The recent article in Health Affairs about John McCain’s health care reform plan is not to be taken seriously. It reads like it was written by Barack Obama’s campaign staff. John Goodman does a good job of exposing how slanted the piece really is:

Somewhat unusual for an article in Health Affairs, this piece is incredibly biased. Among other things, the paper ignores the reasons why economists tend to like proposals such as the McCain plan. That is, it ignores the expected benefits:

Among the plan’s many benefits is that it would bring more equity to the tax structure as it affects health insurance:

The current system of $250 billion in annual health insurance tax subsidies is regressive – giving families in the top fifth of the income distribution four times as much tax relief as families in the bottom fifth.  Replacing this system with a same-subsidy-for-all arrangement (as McCain advocates) seems desirable on equity grounds.

And McCain’s plan would remove the perverse incentives that cause overinsurance and overutilization:

The current system encourages wasteful overinsurance (because taxpayers subsidize up to half the costs of marginal purchases).  By contrast, a fixed-sum tax credit (as McCain advocates) subsidizes the core insurance that we want everyone to have, leaving people free to purchase additional insurance with after-tax dollars.  This type of reform seems desirable on efficiency grounds.

The plan would also remove the necessity of keeping a dead end or otherwise unpleasant job just to remain insured:

The current system’s failure to subsidize all insurance uniformly, regardless of how acquired, contributes to job lock and discourages labor market mobility.  By contrast, McCain would subsidize all insurance the same.

 McCain’s plan would also eliminate the free rider problem that leads to much “uninsurance”:

Embedded in a McCain-type proposal is a pay-or-play choice for individuals.  Middle-income families who choose to be uninsured would face up to $5,000 in additional taxes.  So there would be no free ride.  Relative to the current system, the “tax price” of uninsurance would be transparent and large.

Goodman correctly concludes that the authors had no real interest in the many benefits McCain’s approach to reform offers: 

The authors of the attack piece apparently concluded that equity, efficiency (cost control), factor mobility and political transparency are not very valuable goals – not even worth discussing! 

The transparent bias of the Health Affairs article explains why so may left-leaning bloggers normally too lazy to read Health Affairs suddenly began quoting it with such enthusiasm.

Sadly, that once-august journal has become just another media outfit publishing Democrat talking points under the guise of objective analysis.

Comments 3

  1. Jane Hiebert-White wrote:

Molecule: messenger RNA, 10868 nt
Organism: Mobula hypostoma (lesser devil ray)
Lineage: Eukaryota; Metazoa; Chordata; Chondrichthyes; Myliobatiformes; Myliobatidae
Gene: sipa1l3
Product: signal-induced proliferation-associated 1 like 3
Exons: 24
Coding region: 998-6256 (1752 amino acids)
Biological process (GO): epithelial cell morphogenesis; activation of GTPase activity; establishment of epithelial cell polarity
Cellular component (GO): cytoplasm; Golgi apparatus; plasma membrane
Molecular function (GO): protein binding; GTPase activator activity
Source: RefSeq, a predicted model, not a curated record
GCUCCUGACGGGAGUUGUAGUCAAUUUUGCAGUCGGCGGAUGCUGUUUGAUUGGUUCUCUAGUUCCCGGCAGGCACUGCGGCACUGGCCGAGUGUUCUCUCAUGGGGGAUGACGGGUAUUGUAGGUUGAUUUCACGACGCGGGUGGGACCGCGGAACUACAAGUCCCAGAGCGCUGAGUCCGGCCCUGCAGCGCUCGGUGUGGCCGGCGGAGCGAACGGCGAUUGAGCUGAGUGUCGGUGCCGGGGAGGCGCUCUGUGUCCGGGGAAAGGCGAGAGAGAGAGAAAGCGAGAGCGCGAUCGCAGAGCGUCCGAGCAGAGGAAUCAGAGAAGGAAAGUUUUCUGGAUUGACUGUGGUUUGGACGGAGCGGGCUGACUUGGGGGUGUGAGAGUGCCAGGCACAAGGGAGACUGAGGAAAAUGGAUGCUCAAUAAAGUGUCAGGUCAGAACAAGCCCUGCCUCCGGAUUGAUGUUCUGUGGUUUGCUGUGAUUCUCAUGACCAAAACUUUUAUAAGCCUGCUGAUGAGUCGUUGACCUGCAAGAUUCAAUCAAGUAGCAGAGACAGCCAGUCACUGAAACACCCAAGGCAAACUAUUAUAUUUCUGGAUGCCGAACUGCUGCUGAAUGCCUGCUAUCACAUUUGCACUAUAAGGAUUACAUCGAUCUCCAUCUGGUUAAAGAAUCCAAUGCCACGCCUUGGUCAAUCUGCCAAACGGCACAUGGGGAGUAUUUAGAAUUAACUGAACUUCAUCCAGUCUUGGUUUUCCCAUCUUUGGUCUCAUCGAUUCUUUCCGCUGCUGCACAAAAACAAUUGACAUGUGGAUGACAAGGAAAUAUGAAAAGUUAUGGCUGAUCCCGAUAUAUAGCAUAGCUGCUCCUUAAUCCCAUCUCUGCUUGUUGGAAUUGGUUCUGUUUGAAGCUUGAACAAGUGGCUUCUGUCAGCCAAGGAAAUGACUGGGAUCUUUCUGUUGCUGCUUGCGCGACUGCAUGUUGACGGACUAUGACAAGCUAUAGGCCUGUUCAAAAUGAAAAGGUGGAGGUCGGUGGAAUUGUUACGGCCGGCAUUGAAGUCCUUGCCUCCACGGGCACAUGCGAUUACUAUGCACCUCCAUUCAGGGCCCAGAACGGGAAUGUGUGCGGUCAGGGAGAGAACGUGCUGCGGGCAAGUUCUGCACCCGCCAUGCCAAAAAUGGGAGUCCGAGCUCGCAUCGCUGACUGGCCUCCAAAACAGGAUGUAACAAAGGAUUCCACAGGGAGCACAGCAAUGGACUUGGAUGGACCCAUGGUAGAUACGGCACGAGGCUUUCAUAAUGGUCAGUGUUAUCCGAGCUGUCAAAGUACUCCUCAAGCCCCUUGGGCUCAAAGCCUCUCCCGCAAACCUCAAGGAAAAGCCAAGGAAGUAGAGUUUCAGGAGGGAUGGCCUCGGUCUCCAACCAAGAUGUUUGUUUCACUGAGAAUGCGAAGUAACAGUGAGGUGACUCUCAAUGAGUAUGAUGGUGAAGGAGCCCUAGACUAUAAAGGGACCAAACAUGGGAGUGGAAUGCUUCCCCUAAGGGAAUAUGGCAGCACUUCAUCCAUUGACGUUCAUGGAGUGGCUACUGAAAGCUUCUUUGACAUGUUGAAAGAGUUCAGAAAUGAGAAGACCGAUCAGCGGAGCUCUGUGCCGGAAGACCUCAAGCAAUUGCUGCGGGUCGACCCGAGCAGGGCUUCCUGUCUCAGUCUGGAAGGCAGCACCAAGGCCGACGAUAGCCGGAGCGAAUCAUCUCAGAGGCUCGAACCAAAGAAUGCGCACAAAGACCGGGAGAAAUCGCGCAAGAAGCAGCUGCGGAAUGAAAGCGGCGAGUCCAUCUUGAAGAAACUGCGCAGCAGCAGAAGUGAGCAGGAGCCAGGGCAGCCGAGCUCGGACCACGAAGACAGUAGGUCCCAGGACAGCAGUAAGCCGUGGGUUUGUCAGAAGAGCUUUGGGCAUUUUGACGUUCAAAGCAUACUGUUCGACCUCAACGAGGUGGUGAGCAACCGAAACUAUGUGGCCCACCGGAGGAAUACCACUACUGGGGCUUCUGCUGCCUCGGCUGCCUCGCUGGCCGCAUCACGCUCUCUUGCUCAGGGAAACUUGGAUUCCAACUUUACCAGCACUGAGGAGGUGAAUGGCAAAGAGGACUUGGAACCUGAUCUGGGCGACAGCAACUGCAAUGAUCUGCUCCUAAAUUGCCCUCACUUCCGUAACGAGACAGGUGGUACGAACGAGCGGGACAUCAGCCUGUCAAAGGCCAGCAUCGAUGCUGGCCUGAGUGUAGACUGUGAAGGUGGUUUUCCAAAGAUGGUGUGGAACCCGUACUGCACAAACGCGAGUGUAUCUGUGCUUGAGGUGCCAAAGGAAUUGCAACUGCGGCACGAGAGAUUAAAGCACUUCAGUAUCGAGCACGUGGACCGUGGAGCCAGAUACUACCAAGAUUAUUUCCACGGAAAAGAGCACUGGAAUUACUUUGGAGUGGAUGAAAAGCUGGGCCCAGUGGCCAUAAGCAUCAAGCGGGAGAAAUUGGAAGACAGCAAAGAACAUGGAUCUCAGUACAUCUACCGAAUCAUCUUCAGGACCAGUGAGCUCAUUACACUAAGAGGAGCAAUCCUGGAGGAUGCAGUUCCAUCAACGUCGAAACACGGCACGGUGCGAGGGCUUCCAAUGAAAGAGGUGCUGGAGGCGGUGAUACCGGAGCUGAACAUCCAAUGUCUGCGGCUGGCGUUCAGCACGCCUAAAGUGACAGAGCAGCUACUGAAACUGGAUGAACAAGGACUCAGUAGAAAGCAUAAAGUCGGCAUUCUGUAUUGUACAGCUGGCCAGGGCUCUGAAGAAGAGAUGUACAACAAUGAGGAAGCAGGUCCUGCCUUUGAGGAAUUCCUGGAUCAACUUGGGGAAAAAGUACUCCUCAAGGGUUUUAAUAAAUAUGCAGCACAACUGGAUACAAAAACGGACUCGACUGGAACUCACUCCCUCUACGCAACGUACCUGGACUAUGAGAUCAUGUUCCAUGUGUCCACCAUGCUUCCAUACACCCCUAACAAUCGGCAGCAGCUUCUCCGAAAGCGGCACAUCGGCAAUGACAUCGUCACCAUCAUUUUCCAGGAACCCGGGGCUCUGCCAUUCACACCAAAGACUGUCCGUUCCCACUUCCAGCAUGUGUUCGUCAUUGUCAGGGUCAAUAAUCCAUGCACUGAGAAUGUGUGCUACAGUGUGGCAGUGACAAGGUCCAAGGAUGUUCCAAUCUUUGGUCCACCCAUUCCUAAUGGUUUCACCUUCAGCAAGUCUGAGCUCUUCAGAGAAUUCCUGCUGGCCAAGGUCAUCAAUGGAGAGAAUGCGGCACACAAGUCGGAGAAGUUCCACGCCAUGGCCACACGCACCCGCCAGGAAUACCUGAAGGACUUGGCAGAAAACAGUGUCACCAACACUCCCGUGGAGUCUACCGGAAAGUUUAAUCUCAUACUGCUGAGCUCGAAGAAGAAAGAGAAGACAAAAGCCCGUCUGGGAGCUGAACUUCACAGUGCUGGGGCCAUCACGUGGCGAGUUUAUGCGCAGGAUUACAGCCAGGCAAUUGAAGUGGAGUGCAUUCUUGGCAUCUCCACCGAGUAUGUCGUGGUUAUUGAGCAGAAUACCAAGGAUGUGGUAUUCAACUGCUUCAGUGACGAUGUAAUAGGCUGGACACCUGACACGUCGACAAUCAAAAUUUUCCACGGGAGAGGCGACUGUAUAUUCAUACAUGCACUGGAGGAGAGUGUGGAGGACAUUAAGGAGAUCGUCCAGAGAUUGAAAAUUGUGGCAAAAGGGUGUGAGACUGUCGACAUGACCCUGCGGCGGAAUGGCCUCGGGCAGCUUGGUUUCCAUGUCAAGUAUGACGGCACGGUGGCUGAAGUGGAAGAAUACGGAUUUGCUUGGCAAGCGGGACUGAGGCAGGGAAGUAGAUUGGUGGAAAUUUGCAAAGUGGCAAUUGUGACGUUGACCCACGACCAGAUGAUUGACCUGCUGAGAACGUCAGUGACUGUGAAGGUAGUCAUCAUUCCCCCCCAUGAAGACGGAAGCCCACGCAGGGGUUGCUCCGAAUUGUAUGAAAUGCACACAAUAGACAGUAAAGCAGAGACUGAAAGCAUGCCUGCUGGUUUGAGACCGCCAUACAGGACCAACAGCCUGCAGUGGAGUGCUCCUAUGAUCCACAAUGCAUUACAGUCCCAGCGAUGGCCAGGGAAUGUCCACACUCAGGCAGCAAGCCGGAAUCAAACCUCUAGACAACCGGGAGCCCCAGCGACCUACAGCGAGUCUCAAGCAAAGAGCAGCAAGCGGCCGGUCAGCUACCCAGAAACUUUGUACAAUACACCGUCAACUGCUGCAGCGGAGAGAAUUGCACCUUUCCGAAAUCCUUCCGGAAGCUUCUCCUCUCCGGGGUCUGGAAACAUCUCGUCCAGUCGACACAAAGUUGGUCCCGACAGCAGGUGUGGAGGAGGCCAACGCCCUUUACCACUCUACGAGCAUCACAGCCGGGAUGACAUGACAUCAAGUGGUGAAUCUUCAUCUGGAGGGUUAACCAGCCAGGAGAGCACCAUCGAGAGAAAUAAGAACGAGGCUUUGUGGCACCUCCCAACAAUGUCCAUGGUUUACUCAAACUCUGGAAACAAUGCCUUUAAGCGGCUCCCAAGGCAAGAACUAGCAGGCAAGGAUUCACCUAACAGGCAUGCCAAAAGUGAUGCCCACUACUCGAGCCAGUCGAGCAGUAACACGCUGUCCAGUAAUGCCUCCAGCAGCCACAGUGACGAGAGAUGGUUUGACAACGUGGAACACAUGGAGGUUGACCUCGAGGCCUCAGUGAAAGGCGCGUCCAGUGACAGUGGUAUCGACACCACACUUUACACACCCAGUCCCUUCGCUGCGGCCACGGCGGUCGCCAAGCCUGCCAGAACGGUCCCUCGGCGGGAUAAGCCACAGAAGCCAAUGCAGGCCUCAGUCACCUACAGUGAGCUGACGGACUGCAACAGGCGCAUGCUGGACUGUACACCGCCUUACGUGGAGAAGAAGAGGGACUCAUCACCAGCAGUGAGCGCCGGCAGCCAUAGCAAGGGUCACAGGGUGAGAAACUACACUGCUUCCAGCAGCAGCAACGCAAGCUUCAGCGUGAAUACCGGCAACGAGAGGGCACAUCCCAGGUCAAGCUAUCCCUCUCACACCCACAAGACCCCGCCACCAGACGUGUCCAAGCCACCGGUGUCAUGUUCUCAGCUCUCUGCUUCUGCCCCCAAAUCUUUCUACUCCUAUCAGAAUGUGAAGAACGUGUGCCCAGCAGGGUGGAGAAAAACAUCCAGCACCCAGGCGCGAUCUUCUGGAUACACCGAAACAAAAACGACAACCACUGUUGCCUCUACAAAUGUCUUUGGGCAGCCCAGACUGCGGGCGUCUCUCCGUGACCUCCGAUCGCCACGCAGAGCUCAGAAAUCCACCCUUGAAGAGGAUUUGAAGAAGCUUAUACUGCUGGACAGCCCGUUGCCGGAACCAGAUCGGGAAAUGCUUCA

Just to let your readers know that Health Affairs is not “just another media outfit.” On the same day as the McCain critique was published, we also published an equally strong critique of the Obama health plan. Along with the two critiques, we published a third paper by Wharton economist Mark Pauly that looked at what elements of both plans might work together.

    Posted 25 Sep 2008 at 1:06 pm
  2. Catron wrote:

    As it happens, I linked to the critique you mention, and it’s a good piece. However, the critique of McCain’s plan isn’t merely “strong.” It is dishonest.

    As Goodman points out, it studiously ignores several very important positive features of McCain’s plan and deliberately exaggerates its defects.

    And in at least one instance (as Goodman points out at the end of his post) the authors make an assertion that is demonstrably false.

    Posted 25 Sep 2008 at 1:30 pm
  3. John A. Riolo, PhD wrote:

    Mr. Catron:

    I found your article interesting in many respects. I do not necessarily agree with every point. But I am one of a very few mental health care providers that is not totally convinced that every mandate and mental health parity is actually good for the country or even consumers of health care. The amount of fraud that goes on in health care in general and mental health care in particular should be cause to consider every option and alternative seriously.

    For example Department of Health and Human Services OFFICE OF INSPECTOR GENERAL found that One-third of outpatient mental health services provided to Medicare beneficiaries were medically unnecessary, billed incorrectly, rendered by unqualified providers, and undocumented or poorly documented. See .

    Ironically I found your article not referenced but cut and pasted in its entirety on a left leaning discussion group pf mental health professionals. See

    I am going to guess that permission to reprint your copyrighted article was never obtained. Yahoo apparently does very little to enforce their terms of user about copyrights despite several inquiries about their enforcement of their own terms of use.

    In any event some of us are interested in your views and even if you are accused of being on the right that does not mean that you are always wrong. I am not saying you are right but we do need a civil discourse on the issues. Of course it’s easy to have a civil conversation with someone who is in agreement. The challenge is to have one with someone who thinks differently.

    Thanks for your views.

    John A. Riolo, PhD

    Posted 26 Sep 2008 at 10:47 am

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